In “correct” French, “I don’t know.” is “Je ne sais pas.”
But in spoken French, people speak fast — and they don’t hesitate to “eat” a small word if it gets in their way! That’s why in real, everyday French, we would rather say “Je sais pas.” We just dropped the “ne” !
You’re probably wondering — can you drop the “ne”, too? Is it appropriate for your age? Can you use it in writing?
Today, let’s look at some rules and examples for dropping the “ne” in everyday spoken French.
C’est parti !
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1) Drop the “ne” – the basics
In “correct” French, we make negative sentences by adding ne… pas around the verb. And in everyday spoken French, we often drop the “ne,” so the negation only relies on “pas”.
Je tiens cette girafe. = I’m holding this giraffe.
Je ne tiens pas cette girafe. = I’m not holding this giraffe. [official French]
Je tiens pas cette girafe. = I’m not holding this giraffe. [everyday French]
It is very common in French!
It’s not rude, it’s not overly familiar, and you can use it at any age.
You can use it with your friends, with a baker, a shopkeeper, waitstaff… even with most clients and coworkers, to be honest.
You can also use it in writing! Especially writing that mostly follows the informal rules of spoken French, such as friendly emails, text messages, WhatsApp messages…
When not to drop the “ne”: important business emails, written customer service communications, administrative papers, or any time it’s your job to write “proper” French (like French written exams.)
Otherwise, go for it 🙂
2) Drop the “ne” – Apostrophes
Dropping the “ne” might introduce or remove an apostrophe in your sentence, because of these two rules:
“Je” + vowel → J’ + vowel
“Ne” + vowel → N’ + vowel
Je n’aime pas les bananes. = I don’t like bananas. [official French]
J’aime pas les bananes. = I don’t like bananas. (Je → J’)
In everyday spoken French, we often drop the “e” in “Je” and the “u” in “Tu,” whenever possible. That’s (part of) why fast spoken French is so hard to understand!
3) Drop the “ne” – with “plus,” “jamais”...
Ne…pas means “not”, but we also use Ne…plus (= not… anymore) or Ne… jamais (= never) and other expressions. In these instances, you can still drop the “ne” !
Je ne sais plus quel jour on est. (= I don’t know what day is it anymore.)
→ Je sais plus quel jour on est.
Je ne suis jamais allée en Normandie. (= I’ve never been to Normandy)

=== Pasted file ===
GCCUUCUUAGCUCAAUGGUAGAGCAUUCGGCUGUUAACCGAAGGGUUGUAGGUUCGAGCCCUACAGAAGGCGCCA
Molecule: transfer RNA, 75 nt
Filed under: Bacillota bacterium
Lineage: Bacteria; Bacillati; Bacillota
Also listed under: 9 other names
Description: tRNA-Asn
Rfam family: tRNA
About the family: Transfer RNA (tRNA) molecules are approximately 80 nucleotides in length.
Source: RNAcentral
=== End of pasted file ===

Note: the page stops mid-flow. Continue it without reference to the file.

→ Je suis jamais allée en Normandie.
4) Drop the “ne” – Further pronunciation
Dropping the ne can be a first attempt at “eating” even more sounds in fast spoken French.
Je sais pas. → sounds like “Chais pas” [sheh pah]
Je suis pas. → sounds like “Chuis pas” [shwee pah]
(Informally, “je + s” generally morphs into “sh” sound.)
Il n’y a pas (there’s not) → Il y a pas → sounds like “Ya pas”
“Ya pas de souci !” = Il (n’)y a pas de souci ! = There’s no problem!
5) Drop the “ne” – With la liaison ?
Finally, it can sometimes be hard to tell if there’s a “ne” or not when listening to spoken French – because of la liaison.
In a normal sentence, we have:
Tu n’es pas allé au ciné depuis janvier. (= you haven’t been to the movies since January.)
The “e” of ne is dropped because it’s in front of a vowel, otherwise all is as expected.
Without the “ne”, we have:
→ Tu es pas allé au ciné depuis janvier.
(→ A bit more informal still: T’es pas allé au ciné depuis janvier.)
When either of these sentences — the normal sentence OR the one without the “ne” — are spoken in fast French (as normal), it’s hard to distinguish whether there’s a “ne” there or not.
But, it’s even more difficult to hear when we have la liaison!
In a “liaison” sentence, we have:
On n’a pas mangé depuis ce matin. (= We haven’t eaten since this morning)
→ On a pas mangé depuis ce matin. (It sounds the same!)
With la liaison, the “n” in “On” is pronounced… so even if you drop the “ne”, the sentence will sound the same.
On the other hand:
Julien n’a plus de place chez lui. (= Julien doesn’t have space any more in his house.)
→ Julien a plus de place chez lui.
How would you read that last sentence?
…Well, in this case, the two sentences don’t sound the same. There’s no “n” sound after “Julien” – because there’s no la liaison after someone’s name!
But there’s one more ambiguity: should you say [pluh] or [pluhss] ?
(Spoiler : with the context, and knowing it’s a negative sentence, we’d say [plu].)
Do you have any more questions about dropping the “ne” in spoken French? Did you learn something new today? Let me know in the comments!
À tout de suite.
I’ll see you in the next lesson!
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